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Last Post: The Final Word from Our First World War Soldiers (2006)

by Max Arthur

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1904113,953 (3.83)7
FORGOTTEN VOICES OF THE GREAT WAR was the surprise bestseller of 2002, selling over 60,000 copies in hardback alone. The formula was simple: Max Arthur interviewed some of the 30 surviving British soldiers from the First World War and combined their stories with other interviews in the Imperial War Museum and various private collections. LAST POST is very consciously the last word from the handful of WWI survivors left alive in 2004. When they die, our final human connection with the First World War will be broken: after this book, we will have only recordings or diaries. We will never be able to ask a question of someone who was there.… (more)
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Being unfamiliar with much about the WWI, the last great war, I was eager to hear of stories from the mouths of those few soldiers still left to tell the tale. This 2005 book is a narrative account of those few British soldiers still alive and able to relay their firsthand accounts and stories of an era that will perish when they do. Approximately 20 men, all over 100 and some 106 and 107 years old tell of a different time and place. They share a brief personal account of their lives from birth, growing up, joining up to fight and living out their later years. If you are interested in gaining an understanding of the historical period of the turning into the 20th century and the war years, this will be an interesting read. It was a bittersweet read, in that the reader can be quite certain, all of these men are now deceased.

Marsha Y. / Marathon County Public Library
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  mcpl.wausau | Sep 25, 2017 |
This is a 2006 compilation of reminiscences by some of the last surviving First World War veterans. Twenty were still alive when the book was started in 2004 but all but four had passed away by the time it was finished. These were then the key years when that generation nearly completely passed away. The interviews are varied, some quite long and emotionally moving, but quite a number shorter and very matter of fact. People's memories differ and some people are just better at telling their story.There are many commonalities - the killing of lice in the trenches by burning a candle along the seams of one's clothes recurs frequently. But there are many differences in their later lives and in their attitudes towards their experiences - many hate war now, but others joined the armed forces as regulars after the war. An interesting collection and it is sobering to think that this generation has now entirely passed on. 4/5 ( )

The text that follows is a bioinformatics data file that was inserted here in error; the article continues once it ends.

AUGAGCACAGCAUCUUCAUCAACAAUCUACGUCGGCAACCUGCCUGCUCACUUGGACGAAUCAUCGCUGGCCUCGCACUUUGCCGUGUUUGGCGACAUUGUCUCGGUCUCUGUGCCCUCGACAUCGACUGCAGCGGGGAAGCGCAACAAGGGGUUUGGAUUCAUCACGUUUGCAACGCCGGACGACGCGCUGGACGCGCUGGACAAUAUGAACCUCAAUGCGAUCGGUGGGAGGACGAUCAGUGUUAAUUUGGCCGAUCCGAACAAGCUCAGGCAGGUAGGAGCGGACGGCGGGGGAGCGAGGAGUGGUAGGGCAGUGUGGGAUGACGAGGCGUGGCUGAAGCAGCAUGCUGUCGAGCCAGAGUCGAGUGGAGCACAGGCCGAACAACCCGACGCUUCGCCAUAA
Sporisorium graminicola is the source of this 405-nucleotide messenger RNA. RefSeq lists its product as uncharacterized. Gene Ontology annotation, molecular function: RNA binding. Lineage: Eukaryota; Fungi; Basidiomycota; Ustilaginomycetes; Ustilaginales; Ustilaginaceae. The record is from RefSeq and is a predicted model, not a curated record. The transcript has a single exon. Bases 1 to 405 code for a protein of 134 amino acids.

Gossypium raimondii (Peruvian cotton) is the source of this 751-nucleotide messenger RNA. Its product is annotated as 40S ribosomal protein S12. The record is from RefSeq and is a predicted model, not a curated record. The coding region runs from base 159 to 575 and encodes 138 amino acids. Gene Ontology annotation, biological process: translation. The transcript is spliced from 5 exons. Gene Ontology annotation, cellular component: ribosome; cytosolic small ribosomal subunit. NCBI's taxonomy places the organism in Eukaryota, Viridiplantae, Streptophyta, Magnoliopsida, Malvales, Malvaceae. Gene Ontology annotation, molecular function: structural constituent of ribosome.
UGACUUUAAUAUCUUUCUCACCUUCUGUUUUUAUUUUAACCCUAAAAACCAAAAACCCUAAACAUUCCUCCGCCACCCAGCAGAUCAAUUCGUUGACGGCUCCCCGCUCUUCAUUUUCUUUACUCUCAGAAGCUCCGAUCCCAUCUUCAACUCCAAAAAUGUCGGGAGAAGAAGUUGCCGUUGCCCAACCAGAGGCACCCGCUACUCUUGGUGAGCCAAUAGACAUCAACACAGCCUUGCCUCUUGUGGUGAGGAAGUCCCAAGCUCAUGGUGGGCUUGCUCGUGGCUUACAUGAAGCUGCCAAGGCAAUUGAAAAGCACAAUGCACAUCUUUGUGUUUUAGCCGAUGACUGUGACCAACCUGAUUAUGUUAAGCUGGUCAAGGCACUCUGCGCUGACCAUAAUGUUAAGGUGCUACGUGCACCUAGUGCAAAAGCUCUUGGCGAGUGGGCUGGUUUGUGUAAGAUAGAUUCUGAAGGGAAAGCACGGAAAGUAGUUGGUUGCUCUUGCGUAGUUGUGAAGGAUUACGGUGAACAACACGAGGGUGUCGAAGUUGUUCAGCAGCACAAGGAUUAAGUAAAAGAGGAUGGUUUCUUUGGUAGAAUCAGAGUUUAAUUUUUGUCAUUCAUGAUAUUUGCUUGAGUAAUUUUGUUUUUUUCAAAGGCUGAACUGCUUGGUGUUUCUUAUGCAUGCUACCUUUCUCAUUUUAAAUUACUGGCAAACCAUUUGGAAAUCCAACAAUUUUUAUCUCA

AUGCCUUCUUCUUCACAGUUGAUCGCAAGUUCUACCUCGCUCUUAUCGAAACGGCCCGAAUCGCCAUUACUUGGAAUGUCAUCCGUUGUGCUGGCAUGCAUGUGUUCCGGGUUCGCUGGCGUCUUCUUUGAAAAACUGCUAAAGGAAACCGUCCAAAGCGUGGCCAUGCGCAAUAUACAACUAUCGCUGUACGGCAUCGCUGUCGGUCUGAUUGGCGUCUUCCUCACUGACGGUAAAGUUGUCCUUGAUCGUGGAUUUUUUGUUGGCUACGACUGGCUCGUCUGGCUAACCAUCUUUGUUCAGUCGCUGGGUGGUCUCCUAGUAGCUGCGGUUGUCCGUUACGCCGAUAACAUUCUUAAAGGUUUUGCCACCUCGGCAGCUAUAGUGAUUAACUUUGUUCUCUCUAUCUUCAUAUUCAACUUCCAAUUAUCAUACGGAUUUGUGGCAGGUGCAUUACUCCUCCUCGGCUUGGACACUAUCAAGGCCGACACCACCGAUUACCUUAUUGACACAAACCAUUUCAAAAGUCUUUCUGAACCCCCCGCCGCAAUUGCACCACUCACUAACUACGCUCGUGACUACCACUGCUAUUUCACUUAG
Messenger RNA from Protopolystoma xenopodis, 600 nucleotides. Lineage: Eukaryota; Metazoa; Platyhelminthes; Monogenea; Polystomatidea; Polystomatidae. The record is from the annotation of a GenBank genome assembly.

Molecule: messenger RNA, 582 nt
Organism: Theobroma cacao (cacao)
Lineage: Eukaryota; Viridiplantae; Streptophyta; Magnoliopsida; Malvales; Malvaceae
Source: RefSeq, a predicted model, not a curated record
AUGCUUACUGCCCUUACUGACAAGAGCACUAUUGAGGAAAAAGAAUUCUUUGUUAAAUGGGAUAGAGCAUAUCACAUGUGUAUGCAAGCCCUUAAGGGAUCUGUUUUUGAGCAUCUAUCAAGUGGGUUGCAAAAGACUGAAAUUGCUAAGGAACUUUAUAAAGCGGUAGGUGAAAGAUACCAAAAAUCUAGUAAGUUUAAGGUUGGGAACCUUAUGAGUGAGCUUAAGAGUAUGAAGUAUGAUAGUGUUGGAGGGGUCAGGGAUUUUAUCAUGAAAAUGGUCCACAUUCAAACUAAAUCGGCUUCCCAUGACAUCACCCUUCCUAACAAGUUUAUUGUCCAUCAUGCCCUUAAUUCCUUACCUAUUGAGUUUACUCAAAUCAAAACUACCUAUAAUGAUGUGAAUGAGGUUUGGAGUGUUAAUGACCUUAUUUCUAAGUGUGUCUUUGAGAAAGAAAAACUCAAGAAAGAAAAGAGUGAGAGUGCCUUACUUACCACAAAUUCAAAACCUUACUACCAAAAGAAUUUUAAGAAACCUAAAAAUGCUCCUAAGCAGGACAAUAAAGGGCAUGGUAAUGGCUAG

john257hopper | Nov 13, 2012 |
What struck me most about the stories was that for most of them the veteran had died by the time that the book was published. So there is a strong sense that the author, Max Arthur, got in there in the nick of time. A delay of a year, and many of these fantastic stories would have been lost for ever.

It's one heck of a book. ( )
  greydesk | Mar 23, 2007 |
An excellent read which brought tears to my eyes more than once. What comes across is the effect the war had on these men; nearly 100 years later these are still painfully raw memories. The stories of their civilian lives both before and after the war are every bit as evocative. Highly recommended. ( )
  samgb | Feb 8, 2007 |
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FORGOTTEN VOICES OF THE GREAT WAR was the surprise bestseller of 2002, selling over 60,000 copies in hardback alone. The formula was simple: Max Arthur interviewed some of the 30 surviving British soldiers from the First World War and combined their stories with other interviews in the Imperial War Museum and various private collections. LAST POST is very consciously the last word from the handful of WWI survivors left alive in 2004. When they die, our final human connection with the First World War will be broken: after this book, we will have only recordings or diaries. We will never be able to ask a question of someone who was there.

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